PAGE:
Secrets of building an agile and future-proof procurement function
We have heard so many times that change is the only constant and that business environments have become dynamic like never before. Topics like transformation and change management are commonplace on meeting room whiteboards and presentations. In most organisations, such programs are deemed complex and difficult to execute and typically communication and training are considered the key foundations of such programs. However, there is a new breed of organisations that are building a procurement function which is ever ready for change and transformation is a part of everyday life. Observing some of these organisations, it emerges that there is a design and plan which is enabling them to build such a culture. Let us look at some of the key initiatives that they have adopted:
Active awareness of best practices and new ideas in procurement, from both within and outside the industry
It is well-known that exposing individuals and teams to best practices and new ideas motivates them to think on similar lines for their organisations. This can be done by:
- participating in procurement conferences/ seminars with a large cross-section of the procurement team being present and not limited to token participation. The procurement team has a budget for such participation and this is done as a program rather than on an ad-hoc basis.
- holding workshops with consultants and service providers to keep abreast of new developments in strategies, processes, tools and technologies
- subscribing to various procurement journals/magazines online and off-line and having a mechanism in place so that the relevant content/articles from thought leaders and other companies is made available to the procurement team across all levels at periodic intervals
- institutionalising formal discussion groups which meet at periodic intervals to brainstorm on best practices and ideas emerging from the above. This ensures that it doesn't get limited to only a few individuals who are interested but rather the entire department is involved and discussing these at various levels
Ongoing evaluation of activities associated with roles and responsibilities
In most organisations, there are periodic assessments on the roles and responsibilities of individuals and teams. However, in almost all cases there is no elaboration of the activities associated with those roles and responsibilities. Organisations seem to miss out on this important aspect which determines whether individuals and teams are able to direct the right focus on value adding and core activities. More often than not, when individuals and teams complain about challenges in meeting objectives, it is more to do with their preoccupation with non-core activities than lack of skills or capabilities. An annual exercise to evaluate the activities associated with roles and responsibilities of individuals and procurement teams and enabling them to focus on core and value adding activities helps in building a culture of transformation.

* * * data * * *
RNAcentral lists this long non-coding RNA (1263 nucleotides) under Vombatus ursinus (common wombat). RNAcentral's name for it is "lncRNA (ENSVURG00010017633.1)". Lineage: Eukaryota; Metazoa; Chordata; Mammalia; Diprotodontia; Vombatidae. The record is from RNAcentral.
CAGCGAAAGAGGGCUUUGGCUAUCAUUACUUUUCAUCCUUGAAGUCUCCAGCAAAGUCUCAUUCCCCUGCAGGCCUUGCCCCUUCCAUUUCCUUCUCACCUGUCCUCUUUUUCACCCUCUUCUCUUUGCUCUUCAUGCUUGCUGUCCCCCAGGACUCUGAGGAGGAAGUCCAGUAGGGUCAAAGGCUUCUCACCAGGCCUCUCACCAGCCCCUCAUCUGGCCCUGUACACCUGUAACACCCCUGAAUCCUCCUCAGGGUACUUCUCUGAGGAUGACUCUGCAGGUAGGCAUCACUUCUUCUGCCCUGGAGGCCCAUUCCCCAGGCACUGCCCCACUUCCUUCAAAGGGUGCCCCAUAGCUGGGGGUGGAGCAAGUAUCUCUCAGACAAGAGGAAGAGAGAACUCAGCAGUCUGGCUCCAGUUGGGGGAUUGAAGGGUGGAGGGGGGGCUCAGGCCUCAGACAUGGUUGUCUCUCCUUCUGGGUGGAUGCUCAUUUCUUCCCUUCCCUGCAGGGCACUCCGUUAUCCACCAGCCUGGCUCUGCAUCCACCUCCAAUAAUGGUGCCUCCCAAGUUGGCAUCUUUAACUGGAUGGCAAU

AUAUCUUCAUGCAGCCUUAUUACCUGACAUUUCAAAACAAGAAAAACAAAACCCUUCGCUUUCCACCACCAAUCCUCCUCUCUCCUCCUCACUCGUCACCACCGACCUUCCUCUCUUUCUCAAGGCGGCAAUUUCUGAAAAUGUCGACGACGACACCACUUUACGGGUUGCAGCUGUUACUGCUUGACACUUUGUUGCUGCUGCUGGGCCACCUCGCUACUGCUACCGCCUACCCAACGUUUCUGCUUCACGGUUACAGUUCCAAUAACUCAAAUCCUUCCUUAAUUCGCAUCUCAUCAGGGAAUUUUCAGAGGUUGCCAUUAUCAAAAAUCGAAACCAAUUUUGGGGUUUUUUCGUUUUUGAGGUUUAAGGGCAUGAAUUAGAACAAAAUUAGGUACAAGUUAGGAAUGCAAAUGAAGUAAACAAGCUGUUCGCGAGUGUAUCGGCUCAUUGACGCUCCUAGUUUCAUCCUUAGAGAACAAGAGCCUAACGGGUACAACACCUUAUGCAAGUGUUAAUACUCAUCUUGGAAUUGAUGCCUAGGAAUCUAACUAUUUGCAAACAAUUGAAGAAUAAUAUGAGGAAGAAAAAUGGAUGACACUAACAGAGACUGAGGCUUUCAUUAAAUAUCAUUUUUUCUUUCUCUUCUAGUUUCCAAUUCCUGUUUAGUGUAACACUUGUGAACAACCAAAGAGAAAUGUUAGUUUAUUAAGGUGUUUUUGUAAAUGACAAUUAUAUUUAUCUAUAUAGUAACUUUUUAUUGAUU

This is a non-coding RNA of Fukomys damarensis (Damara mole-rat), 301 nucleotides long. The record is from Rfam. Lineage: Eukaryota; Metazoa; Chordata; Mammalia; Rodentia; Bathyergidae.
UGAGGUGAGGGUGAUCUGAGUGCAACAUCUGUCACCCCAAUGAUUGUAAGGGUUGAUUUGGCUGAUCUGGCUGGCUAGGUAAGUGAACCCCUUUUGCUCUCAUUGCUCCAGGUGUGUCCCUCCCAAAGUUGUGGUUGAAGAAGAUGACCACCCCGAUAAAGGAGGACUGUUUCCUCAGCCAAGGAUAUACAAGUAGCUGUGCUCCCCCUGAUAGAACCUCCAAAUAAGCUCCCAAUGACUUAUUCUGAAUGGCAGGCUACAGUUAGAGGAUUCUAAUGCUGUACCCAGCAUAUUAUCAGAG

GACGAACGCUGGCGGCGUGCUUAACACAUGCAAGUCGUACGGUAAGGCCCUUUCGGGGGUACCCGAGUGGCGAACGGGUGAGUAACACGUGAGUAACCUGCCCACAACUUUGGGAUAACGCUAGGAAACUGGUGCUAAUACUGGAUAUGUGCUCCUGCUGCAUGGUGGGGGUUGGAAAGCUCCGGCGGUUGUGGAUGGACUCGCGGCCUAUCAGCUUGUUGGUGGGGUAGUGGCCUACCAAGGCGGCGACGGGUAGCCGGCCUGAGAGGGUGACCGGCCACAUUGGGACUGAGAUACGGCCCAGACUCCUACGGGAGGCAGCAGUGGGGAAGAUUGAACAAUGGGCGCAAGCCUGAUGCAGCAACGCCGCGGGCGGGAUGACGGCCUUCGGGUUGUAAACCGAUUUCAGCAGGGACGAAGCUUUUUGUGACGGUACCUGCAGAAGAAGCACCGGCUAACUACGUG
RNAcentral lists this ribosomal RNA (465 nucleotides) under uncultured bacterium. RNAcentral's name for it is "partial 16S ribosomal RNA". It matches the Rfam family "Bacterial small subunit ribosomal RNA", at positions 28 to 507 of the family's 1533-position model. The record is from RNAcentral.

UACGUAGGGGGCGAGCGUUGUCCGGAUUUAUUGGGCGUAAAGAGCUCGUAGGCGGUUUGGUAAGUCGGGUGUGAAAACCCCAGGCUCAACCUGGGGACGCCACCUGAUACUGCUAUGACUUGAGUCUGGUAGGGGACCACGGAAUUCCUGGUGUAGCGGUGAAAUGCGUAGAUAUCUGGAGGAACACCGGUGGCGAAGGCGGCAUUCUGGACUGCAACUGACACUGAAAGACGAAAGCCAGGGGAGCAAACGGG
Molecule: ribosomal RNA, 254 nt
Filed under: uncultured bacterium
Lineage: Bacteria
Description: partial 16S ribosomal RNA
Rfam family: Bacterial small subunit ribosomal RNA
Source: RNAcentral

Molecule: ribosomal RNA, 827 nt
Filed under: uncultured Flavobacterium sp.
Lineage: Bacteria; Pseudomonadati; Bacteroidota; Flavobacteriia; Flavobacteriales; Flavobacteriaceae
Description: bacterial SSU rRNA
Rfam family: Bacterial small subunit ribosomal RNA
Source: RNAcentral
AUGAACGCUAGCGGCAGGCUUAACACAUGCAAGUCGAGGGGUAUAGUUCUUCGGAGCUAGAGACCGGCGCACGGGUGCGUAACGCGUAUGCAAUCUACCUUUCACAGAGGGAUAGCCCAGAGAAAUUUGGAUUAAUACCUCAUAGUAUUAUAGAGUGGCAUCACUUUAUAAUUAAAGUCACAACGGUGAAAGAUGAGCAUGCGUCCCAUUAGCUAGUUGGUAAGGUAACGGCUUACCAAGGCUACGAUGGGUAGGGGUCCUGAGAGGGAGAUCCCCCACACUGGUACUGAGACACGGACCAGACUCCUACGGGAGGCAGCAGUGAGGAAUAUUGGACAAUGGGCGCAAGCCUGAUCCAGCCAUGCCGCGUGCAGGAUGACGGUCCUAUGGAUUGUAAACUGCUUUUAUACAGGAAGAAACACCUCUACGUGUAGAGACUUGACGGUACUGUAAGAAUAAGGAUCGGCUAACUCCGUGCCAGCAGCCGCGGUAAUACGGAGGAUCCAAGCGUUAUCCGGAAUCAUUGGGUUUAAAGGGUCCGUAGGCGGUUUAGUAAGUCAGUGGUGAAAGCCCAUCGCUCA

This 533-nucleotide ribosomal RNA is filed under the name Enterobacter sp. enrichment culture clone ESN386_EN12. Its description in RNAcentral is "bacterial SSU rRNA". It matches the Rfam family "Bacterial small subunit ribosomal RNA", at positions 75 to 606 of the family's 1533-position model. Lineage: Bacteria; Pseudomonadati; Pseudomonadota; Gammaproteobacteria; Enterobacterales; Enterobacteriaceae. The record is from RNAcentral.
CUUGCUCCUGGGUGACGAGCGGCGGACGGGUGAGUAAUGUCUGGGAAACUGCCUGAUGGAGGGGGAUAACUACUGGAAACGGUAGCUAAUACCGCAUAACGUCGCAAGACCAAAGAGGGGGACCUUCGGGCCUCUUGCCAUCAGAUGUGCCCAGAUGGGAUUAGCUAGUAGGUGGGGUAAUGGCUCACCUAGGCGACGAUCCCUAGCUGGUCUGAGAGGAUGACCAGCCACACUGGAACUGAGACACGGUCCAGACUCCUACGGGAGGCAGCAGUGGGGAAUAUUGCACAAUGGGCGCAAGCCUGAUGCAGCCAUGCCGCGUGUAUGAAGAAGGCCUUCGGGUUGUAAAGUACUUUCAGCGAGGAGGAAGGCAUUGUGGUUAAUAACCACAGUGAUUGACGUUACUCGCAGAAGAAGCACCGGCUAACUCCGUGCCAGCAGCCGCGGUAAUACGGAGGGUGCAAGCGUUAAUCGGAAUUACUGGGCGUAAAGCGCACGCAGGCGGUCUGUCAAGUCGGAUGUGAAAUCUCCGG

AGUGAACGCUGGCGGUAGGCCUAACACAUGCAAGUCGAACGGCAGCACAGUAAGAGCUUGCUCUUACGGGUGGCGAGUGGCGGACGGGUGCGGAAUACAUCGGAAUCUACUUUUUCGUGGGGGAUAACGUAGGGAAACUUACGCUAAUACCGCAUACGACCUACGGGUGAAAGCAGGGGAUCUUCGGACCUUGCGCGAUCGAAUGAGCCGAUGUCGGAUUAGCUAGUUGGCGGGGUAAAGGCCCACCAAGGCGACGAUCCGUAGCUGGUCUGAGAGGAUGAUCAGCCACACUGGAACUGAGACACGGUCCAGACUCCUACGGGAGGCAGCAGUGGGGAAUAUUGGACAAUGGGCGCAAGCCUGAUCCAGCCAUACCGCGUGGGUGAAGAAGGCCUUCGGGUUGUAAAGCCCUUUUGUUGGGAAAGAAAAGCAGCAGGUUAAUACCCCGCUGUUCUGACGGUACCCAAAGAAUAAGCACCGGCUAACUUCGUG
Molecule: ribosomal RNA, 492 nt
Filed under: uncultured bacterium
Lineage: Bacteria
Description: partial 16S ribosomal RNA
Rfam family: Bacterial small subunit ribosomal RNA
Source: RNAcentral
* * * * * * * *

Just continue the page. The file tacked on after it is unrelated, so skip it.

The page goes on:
Periodic comparison of existing versus available tools and technologies
For the procurement function to be best in class it is essential that it leverages the best tools and technologies that are available. In the last several years, procurement tools and technologies have rapidly and radically improved to be almost called revolutionary. In fact, leading organisations are now collaborating with technology providers to develop procurement platforms of the future. These organisations review the procurement technology landscape every 2 to 3 years to explore the possibilities of adopting new tools and systems towards transforming the function.
Benchmarking- to know what needs to change
If you don't know where you stand in comparison to your peers, it is quite likely that there will be no imperative to think about change. Best in-class organisations benchmark themselves annually. Benchmarking is done across regions, across business units and using internal as well as using third-party benchmarks like Hackett, IQPC and others. This exercise also reveals whether the right metrics are in place and are comprehensive enough to align with the procurement function's objectives.
Introspection based on feedback from internal and external customers to provoke the change agenda
One of the key drivers for building a mind-set for transformation is feedback from stakeholders. At an individual level it probably does get addressed in performance appraisals but more importantly it needs to be done at the team level. On an annual basis, the procurement function takes feedback from its internal customers and external customers like suppliers on areas of improvement and change, and, targets are set for improving the feedback scores. This motivates a positive thought process towards change.
Knowledge of the organisation's competitive business environment
Providing the procurement team with visibility to the macro business environment of the company so that the imperative for change is clearly understood by everyone in the light of competitive pressures being faced by the organisation across the globe or within particular regions. Knowledge of the product and service strategies being deployed in the market by competition helps to build a better appreciation of the need for change in the procurement function and the roles that various teams would play in that.
Would you like to share any secrets from your organisation?